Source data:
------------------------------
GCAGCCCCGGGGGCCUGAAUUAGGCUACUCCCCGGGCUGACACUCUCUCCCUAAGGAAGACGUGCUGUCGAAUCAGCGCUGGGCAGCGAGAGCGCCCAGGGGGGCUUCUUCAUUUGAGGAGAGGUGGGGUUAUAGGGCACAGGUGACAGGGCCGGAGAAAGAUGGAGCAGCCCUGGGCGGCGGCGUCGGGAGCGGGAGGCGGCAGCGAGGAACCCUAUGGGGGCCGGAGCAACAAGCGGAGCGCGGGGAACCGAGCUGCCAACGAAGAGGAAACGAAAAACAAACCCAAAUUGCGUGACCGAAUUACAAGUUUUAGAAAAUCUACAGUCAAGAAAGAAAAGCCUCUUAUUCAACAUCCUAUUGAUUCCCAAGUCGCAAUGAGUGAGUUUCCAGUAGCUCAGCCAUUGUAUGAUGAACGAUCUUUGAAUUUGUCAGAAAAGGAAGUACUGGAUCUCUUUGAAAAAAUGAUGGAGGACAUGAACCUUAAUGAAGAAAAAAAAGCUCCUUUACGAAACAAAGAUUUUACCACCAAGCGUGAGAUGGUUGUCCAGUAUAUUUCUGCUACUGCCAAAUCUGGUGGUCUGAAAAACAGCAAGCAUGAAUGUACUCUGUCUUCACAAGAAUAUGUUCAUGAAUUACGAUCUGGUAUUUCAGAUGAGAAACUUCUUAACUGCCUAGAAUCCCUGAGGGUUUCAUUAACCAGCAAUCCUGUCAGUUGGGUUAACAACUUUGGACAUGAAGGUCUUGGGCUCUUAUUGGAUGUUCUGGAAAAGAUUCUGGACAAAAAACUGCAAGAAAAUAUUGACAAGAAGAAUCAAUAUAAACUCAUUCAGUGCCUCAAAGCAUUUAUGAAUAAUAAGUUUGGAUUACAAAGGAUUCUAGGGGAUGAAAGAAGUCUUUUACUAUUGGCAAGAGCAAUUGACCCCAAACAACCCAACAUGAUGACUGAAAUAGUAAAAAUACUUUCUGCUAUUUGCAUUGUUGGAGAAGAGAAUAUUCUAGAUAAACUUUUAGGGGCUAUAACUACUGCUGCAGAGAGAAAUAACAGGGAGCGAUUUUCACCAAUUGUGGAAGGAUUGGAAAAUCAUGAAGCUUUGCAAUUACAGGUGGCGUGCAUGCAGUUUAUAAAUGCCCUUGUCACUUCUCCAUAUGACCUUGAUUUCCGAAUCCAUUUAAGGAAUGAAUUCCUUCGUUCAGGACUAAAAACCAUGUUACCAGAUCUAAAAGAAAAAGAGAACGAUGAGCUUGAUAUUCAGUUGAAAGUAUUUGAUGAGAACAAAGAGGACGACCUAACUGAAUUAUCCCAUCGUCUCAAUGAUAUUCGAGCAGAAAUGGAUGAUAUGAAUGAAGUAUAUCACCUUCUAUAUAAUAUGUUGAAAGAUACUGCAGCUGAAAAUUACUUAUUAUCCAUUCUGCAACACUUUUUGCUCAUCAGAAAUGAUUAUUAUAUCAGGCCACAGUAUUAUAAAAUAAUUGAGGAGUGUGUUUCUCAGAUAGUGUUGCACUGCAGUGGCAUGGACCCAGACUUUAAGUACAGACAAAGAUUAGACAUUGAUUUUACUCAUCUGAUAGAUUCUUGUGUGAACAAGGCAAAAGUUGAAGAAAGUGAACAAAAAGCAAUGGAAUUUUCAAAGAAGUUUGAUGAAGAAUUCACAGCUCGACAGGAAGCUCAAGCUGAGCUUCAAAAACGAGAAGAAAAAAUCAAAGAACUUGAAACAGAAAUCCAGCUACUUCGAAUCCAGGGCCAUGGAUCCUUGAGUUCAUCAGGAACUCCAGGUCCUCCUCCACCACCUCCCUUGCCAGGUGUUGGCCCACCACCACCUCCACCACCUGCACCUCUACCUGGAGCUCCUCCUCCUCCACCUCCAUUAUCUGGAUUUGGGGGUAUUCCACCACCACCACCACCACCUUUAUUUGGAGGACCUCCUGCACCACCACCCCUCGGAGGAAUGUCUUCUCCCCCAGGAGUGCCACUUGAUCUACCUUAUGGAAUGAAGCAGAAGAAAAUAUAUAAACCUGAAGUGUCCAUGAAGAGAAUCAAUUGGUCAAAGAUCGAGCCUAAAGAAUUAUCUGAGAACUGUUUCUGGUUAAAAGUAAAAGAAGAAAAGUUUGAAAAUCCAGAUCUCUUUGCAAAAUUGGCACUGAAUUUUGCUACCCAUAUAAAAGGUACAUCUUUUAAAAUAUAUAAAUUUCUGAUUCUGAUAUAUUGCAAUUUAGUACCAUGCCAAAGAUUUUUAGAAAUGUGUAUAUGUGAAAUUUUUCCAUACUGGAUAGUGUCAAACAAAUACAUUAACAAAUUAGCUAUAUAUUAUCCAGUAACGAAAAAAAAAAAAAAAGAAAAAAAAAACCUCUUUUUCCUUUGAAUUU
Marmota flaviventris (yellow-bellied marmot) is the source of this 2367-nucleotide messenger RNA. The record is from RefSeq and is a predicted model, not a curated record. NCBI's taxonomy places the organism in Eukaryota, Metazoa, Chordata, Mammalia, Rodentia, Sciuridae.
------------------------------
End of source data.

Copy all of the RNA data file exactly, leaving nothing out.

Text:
GCAGCCCCGGGGGCCUGAAUUAGGCUACUCCCCGGGCUGACACUCUCUCCCUAAGGAAGACGUGCUGUCGAAUCAGCGCUGGGCAGCGAGAGCGCCCAGGGGGGCUUCUUCAUUUGAGGAGAGGUGGGGUUAUAGGGCACAGGUGACAGGGCCGGAGAAAGAUGGAGCAGCCCUGGGCGGCGGCGUCGGGAGCGGGAGGCGGCAGCGAGGAACCCUAUGGGGGCCGGAGCAACAAGCGGAGCGCGGGGAACCGAGCUGCCAACGAAGAGGAAACGAAAAACAAACCCAAAUUGCGUGACCGAAUUACAAGUUUUAGAAAAUCUACAGUCAAGAAAGAAAAGCCUCUUAUUCAACAUCCUAUUGAUUCCCAAGUCGCAAUGAGUGAGUUUCCAGUAGCUCAGCCAUUGUAUGAUGAACGAUCUUUGAAUUUGUCAGAAAAGGAAGUACUGGAUCUCUUUGAAAAAAUGAUGGAGGACAUGAACCUUAAUGAAGAAAAAAAAGCUCCUUUACGAAACAAAGAUUUUACCACCAAGCGUGAGAUGGUUGUCCAGUAUAUUUCUGCUACUGCCAAAUCUGGUGGUCUGAAAAACAGCAAGCAUGAAUGUACUCUGUCUUCACAAGAAUAUGUUCAUGAAUUACGAUCUGGUAUUUCAGAUGAGAAACUUCUUAACUGCCUAGAAUCCCUGAGGGUUUCAUUAACCAGCAAUCCUGUCAGUUGGGUUAACAACUUUGGACAUGAAGGUCUUGGGCUCUUAUUGGAUGUUCUGGAAAAGAUUCUGGACAAAAAACUGCAAGAAAAUAUUGACAAGAAGAAUCAAUAUAAACUCAUUCAGUGCCUCAAAGCAUUUAUGAAUAAUAAGUUUGGAUUACAAAGGAUUCUAGGGGAUGAAAGAAGUCUUUUACUAUUGGCAAGAGCAAUUGACCCCAAACAACCCAACAUGAUGACUGAAAUAGUAAAAAUACUUUCUGCUAUUUGCAUUGUUGGAGAAGAGAAUAUUCUAGAUAAACUUUUAGGGGCUAUAACUACUGCUGCAGAGAGAAAUAACAGGGAGCGAUUUUCACCAAUUGUGGAAGGAUUGGAAAAUCAUGAAGCUUUGCAAUUACAGGUGGCGUGCAUGCAGUUUAUAAAUGCCCUUGUCACUUCUCCAUAUGACCUUGAUUUCCGAAUCCAUUUAAGGAAUGAAUUCCUUCGUUCAGGACUAAAAACCAUGUUACCAGAUCUAAAAGAAAAAGAGAACGAUGAGCUUGAUAUUCAGUUGAAAGUAUUUGAUGAGAACAAAGAGGACGACCUAACUGAAUUAUCCCAUCGUCUCAAUGAUAUUCGAGCAGAAAUGGAUGAUAUGAAUGAAGUAUAUCACCUUCUAUAUAAUAUGUUGAAAGAUACUGCAGCUGAAAAUUACUUAUUAUCCAUUCUGCAACACUUUUUGCUCAUCAGAAAUGAUUAUUAUAUCAGGCCACAGUAUUAUAAAAUAAUUGAGGAGUGUGUUUCUCAGAUAGUGUUGCACUGCAGUGGCAUGGACCCAGACUUUAAGUACAGACAAAGAUUAGACAUUGAUUUUACUCAUCUGAUAGAUUCUUGUGUGAACAAGGCAAAAGUUGAAGAAAGUGAACAAAAAGCAAUGGAAUUUUCAAAGAAGUUUGAUGAAGAAUUCACAGCUCGACAGGAAGCUCAAGCUGAGCUUCAAAAACGAGAAGAAAAAAUCAAAGAACUUGAAACAGAAAUCCAGCUACUUCGAAUCCAGGGCCAUGGAUCCUUGAGUUCAUCAGGAACUCCAGGUCCUCCUCCACCACCUCCCUUGCCAGGUGUUGGCCCACCACCACCUCCACCACCUGCACCUCUACCUGGAGCUCCUCCUCCUCCACCUCCAUUAUCUGGAUUUGGGGGUAUUCCACCACCACCACCACCACCUUUAUUUGGAGGACCUCCUGCACCACCACCCCUCGGAGGAAUGUCUUCUCCCCCAGGAGUGCCACUUGAUCUACCUUAUGGAAUGAAGCAGAAGAAAAUAUAUAAACCUGAAGUGUCCAUGAAGAGAAUCAAUUGGUCAAAGAUCGAGCCUAAAGAAUUAUCUGAGAACUGUUUCUGGUUAAAAGUAAAAGAAGAAAAGUUUGAAAAUCCAGAUCUCUUUGCAAAAUUGGCACUGAAUUUUGCUACCCAUAUAAAAGGUACAUCUUUUAAAAUAUAUAAAUUUCUGAUUCUGAUAUAUUGCAAUUUAGUACCAUGCCAAAGAUUUUUAGAAAUGUGUAUAUGUGAAAUUUUUCCAUACUGGAUAGUGUCAAACAAAUACAUUAACAAAUUAGCUAUAUAUUAUCCAGUAACGAAAAAAAAAAAAAAAGAAAAAAAAAACCUCUUUUUCCUUUGAAUUU
Marmota flaviventris (yellow-bellied marmot) is the source of this 2367-nucleotide messenger RNA. The record is from RefSeq and is a predicted model, not a curated record. NCBI's taxonomy places the organism in Eukaryota, Metazoa, Chordata, Mammalia, Rodentia, Sciuridae.